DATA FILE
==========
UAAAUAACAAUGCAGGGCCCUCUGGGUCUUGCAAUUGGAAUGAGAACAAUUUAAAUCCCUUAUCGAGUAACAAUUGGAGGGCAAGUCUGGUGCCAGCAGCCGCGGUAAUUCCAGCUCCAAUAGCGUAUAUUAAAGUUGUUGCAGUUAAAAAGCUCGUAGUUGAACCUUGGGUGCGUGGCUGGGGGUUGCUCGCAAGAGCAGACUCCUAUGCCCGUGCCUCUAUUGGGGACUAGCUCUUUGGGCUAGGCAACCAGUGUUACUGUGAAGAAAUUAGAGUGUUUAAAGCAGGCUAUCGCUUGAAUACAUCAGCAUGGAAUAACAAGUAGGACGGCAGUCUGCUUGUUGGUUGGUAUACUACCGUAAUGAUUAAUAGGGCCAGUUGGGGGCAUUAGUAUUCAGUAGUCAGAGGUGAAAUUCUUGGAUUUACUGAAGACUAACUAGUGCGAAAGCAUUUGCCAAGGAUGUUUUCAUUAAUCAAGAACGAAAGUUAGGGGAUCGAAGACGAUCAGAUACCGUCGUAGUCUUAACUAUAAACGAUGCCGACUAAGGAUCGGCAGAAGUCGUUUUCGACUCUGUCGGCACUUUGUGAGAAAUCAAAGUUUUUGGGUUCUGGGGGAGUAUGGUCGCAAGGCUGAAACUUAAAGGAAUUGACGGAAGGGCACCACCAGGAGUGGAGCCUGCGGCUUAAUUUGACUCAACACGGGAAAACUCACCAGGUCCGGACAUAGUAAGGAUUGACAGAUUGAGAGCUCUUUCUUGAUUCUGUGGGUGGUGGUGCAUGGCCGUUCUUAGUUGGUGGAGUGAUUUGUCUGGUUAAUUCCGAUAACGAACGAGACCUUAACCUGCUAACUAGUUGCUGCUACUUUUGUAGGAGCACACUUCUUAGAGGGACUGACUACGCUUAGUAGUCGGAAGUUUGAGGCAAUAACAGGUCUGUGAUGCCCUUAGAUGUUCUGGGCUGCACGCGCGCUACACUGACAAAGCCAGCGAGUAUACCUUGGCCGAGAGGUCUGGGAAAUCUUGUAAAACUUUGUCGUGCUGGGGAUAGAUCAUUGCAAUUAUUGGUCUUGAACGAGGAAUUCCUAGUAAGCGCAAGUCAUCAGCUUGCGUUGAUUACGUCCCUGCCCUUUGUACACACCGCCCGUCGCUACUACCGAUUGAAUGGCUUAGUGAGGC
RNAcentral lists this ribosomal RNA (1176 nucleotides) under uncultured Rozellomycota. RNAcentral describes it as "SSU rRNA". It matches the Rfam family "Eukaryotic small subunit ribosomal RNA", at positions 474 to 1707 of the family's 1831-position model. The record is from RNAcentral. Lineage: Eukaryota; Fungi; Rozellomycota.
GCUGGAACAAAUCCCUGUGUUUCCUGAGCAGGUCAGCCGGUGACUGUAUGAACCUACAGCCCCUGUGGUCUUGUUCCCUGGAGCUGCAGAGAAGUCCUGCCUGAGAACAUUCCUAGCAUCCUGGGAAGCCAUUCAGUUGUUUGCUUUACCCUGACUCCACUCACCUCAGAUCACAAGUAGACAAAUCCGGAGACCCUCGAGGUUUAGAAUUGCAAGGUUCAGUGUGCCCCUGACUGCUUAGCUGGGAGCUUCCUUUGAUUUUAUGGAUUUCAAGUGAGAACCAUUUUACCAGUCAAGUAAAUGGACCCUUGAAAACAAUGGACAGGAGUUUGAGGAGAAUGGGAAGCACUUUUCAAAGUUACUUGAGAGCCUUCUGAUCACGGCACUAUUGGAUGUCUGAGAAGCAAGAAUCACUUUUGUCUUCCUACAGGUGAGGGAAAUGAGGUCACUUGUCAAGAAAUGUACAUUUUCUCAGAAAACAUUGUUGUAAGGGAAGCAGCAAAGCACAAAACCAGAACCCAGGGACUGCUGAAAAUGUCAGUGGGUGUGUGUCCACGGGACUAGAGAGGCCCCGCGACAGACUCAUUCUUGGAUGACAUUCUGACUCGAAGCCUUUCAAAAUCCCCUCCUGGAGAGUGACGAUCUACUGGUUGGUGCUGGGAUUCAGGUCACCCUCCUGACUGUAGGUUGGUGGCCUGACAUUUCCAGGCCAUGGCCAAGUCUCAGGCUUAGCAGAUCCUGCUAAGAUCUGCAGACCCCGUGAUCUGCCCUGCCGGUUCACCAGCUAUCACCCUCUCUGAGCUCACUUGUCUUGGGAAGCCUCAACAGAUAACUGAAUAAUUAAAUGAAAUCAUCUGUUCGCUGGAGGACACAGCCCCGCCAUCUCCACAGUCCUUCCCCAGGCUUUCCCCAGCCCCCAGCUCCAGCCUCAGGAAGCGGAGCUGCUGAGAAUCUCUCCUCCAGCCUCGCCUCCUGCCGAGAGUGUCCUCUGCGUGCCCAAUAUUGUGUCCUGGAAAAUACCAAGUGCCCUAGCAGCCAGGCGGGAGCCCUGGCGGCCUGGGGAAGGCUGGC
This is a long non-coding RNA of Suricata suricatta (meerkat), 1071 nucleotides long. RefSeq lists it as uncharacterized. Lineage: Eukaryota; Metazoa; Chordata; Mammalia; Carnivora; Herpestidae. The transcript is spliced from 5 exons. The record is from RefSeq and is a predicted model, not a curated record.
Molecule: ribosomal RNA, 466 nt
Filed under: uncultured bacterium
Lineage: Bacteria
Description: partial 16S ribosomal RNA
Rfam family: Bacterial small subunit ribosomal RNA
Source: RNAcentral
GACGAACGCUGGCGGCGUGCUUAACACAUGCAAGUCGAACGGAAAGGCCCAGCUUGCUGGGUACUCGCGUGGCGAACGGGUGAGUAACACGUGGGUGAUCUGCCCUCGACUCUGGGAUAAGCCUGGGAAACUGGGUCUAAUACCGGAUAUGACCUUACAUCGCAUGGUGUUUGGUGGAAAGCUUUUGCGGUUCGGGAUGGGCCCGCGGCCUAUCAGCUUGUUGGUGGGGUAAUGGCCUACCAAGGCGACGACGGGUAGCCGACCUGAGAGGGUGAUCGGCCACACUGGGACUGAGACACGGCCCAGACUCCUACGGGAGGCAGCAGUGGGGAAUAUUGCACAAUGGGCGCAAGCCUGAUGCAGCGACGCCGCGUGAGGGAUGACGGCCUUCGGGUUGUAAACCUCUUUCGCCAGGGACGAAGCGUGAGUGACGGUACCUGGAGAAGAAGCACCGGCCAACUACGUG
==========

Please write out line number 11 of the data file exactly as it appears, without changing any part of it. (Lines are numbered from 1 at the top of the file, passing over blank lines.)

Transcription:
GACGAACGCUGGCGGCGUGCUUAACACAUGCAAGUCGAACGGAAAGGCCCAGCUUGCUGGGUACUCGCGUGGCGAACGGGUGAGUAACACGUGGGUGAUCUGCCCUCGACUCUGGGAUAAGCCUGGGAAACUGGGUCUAAUACCGGAUAUGACCUUACAUCGCAUGGUGUUUGGUGGAAAGCUUUUGCGGUUCGGGAUGGGCCCGCGGCCUAUCAGCUUGUUGGUGGGGUAAUGGCCUACCAAGGCGACGACGGGUAGCCGACCUGAGAGGGUGAUCGGCCACACUGGGACUGAGACACGGCCCAGACUCCUACGGGAGGCAGCAGUGGGGAAUAUUGCACAAUGGGCGCAAGCCUGAUGCAGCGACGCCGCGUGAGGGAUGACGGCCUUCGGGUUGUAAACCUCUUUCGCCAGGGACGAAGCGUGAGUGACGGUACCUGGAGAAGAAGCACCGGCCAACUACGUG